In effect, that’s the question Davide Proserpio and Georgios Zervas seek to answer in a recent article in the INFORMS journal Marketing Science. And it’s not hard to see why it’s an important question. Online reviews can have significant impact on a business, and unlike word of mouth they tend to stick around for years (just take a look at the dates on some reviews). Companies can’t do much to stop reviews (especially negative), and so they often try to coopt them by providing responses to selected reviews. It is a manual task, but the idea seems sound. By responding, perhaps they can take the sting out of negative reviews, appear contrite, promise to do better, or just thank the reviewer for the time they took to write the feedback – all with the objective of getting prospective customers to give them a fair chance. The question then is whether such efforts are useful or just more online clutter.
It turns out that’s not an easy question to answer, and as Proserpio and Zervas document in the article, there are several factors that first need to be controlled. But their basic approach is easy enough to understand – they examine whether TripAdvisor ratings for hotels tend to go up after management responds to online reviews. An immediate problem to overcome, ironically enough, is management response. That is, in reaction to bad reviews a hotel may actually make changes that then increases future ratings. That’s great for the hotel, but not so much for the researcher who is trying to study if the response to the online review had an impact, not whether the hotel is willing to make changes in response to the review. So, that’s an important factor that needs to be controlled. How to do that?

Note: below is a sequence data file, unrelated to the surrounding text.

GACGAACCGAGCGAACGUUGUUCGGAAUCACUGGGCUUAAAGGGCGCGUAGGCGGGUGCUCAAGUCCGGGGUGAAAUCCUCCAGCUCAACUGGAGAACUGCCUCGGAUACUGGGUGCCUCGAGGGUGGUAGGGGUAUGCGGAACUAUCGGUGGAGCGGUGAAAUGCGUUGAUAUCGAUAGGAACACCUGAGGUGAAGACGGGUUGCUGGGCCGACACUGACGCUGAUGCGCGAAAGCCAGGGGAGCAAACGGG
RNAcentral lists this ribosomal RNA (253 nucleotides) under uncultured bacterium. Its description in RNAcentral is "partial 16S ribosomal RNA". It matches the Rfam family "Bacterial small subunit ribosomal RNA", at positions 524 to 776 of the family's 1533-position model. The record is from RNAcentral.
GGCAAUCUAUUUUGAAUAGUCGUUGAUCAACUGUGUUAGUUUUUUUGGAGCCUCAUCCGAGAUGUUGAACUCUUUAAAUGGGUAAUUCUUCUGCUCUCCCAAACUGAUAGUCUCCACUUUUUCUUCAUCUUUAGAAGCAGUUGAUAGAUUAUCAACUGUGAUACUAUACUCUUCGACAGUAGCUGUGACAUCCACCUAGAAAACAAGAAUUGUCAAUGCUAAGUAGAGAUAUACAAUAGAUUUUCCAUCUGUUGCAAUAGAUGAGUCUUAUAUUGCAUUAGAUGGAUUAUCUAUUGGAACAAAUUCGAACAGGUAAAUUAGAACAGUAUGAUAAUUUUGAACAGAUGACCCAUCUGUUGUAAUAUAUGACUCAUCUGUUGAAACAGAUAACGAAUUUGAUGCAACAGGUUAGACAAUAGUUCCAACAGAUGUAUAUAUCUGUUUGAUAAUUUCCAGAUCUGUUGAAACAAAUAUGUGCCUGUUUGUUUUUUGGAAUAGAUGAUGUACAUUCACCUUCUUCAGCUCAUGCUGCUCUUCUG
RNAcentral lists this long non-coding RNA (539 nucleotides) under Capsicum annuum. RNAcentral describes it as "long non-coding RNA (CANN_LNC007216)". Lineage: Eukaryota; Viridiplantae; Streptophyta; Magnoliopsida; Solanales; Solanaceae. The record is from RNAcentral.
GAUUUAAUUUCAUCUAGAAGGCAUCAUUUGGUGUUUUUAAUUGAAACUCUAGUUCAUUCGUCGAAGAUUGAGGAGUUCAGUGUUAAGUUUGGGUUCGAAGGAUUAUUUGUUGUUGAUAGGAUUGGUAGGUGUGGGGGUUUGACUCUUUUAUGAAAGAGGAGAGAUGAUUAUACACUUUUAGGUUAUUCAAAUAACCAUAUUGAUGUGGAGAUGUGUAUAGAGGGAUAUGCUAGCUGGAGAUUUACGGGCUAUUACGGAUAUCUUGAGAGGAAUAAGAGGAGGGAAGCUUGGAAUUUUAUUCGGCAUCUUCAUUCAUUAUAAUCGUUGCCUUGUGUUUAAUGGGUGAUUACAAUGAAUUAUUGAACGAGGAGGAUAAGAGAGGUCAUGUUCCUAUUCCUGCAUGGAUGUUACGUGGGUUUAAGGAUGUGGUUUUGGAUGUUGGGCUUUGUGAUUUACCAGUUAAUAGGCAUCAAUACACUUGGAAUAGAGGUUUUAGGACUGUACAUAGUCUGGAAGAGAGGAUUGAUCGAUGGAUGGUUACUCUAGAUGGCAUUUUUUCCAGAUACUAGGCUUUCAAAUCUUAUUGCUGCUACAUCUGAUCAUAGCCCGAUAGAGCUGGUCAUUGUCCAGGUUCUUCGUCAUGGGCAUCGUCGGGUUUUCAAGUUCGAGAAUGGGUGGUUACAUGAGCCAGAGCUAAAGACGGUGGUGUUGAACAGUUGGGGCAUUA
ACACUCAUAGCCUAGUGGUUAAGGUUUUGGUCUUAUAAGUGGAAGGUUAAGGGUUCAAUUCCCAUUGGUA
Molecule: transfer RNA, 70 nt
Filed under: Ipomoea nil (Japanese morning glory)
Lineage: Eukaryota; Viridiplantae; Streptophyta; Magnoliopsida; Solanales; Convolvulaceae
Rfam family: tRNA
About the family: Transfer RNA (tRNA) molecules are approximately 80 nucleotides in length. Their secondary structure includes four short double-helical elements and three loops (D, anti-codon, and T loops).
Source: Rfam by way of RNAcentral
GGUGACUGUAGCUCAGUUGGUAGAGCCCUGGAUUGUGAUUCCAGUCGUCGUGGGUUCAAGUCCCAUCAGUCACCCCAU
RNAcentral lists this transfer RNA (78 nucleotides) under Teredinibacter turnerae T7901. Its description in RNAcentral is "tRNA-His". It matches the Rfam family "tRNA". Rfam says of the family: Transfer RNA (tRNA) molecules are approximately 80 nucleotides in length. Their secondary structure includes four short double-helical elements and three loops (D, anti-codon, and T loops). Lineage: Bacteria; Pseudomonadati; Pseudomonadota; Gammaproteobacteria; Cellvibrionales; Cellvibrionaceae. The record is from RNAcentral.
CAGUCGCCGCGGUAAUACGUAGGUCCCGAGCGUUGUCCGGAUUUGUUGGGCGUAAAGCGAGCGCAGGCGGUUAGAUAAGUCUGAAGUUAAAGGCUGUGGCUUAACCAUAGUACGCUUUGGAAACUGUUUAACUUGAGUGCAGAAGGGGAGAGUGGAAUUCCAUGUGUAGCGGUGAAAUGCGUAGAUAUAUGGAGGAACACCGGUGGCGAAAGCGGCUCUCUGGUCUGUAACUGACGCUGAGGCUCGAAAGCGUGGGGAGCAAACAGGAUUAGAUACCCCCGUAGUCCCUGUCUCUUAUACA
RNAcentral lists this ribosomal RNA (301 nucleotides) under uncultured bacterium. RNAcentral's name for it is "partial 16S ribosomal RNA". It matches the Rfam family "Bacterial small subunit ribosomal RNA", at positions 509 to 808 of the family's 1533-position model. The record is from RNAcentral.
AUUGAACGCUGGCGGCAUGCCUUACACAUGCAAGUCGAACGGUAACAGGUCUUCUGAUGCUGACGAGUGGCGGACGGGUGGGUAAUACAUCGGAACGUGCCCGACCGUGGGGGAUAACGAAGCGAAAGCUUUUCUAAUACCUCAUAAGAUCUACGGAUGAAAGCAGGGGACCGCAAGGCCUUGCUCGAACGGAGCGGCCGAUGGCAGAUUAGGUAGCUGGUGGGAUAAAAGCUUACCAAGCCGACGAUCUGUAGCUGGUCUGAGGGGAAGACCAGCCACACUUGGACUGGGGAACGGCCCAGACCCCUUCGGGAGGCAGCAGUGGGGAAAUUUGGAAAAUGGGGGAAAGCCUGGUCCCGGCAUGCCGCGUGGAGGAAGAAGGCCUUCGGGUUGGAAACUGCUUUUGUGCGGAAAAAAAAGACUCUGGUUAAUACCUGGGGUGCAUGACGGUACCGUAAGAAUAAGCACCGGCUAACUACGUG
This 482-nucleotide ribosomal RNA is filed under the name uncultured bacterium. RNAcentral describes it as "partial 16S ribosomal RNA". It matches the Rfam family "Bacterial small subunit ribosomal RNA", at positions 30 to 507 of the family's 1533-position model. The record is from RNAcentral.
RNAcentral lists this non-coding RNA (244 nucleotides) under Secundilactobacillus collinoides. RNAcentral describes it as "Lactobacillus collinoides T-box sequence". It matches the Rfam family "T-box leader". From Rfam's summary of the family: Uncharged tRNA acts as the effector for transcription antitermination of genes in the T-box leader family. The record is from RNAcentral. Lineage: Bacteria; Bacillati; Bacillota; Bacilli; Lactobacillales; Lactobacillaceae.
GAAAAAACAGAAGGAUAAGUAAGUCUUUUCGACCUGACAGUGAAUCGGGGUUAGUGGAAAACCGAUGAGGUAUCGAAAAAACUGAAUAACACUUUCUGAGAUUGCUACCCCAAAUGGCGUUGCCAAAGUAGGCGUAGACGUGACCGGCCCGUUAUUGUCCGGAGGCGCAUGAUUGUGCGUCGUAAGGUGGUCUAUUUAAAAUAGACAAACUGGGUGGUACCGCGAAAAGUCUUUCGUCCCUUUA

Enter Expedia. As it happens, hotels frequently respond to TripAdvisor reviews while they almost never do so on Expedia. So, they use Expedia as a control cell and compare the before-after difference in ratings on TripAdvisor and Expedia (the difference-in-difference approach). Hence they are able to tease out if the improvement in ratings was because of responding to reviews or real changes. Another check they use is to compare the ratings of guests who left a review shortly before a hotel began responding with those who did so shortly after the hotel began responding. Much of the article is actually devoted to several more clever and increasingly complex maneuvers they use to finally tease out just the impact of management responses. What do they find?...
The Economist Magazine did an analysis of political book sales on Amazon to see if there were any patterns. Anyone who uses social media will not be surprised that readers tended to buy books from either the left or the right...not both. This follows an increasing pattern of people looking for validation rather than education and of course it adds to the growing divide in our country. A few books managed a good mix of readers from both sides, though often these were books where the author found fault with his or her own side (meaning a conservative trashing conservatives or a liberal trashing liberals).
I love this use of big data and hopefully it will lead some to seek out facts and opinions that differ from their own. These facts and opinions need not completely change an individual's own thinking, but at the very least they should give one a deeper understanding of the issue, including an understanding of what drives others' thinking.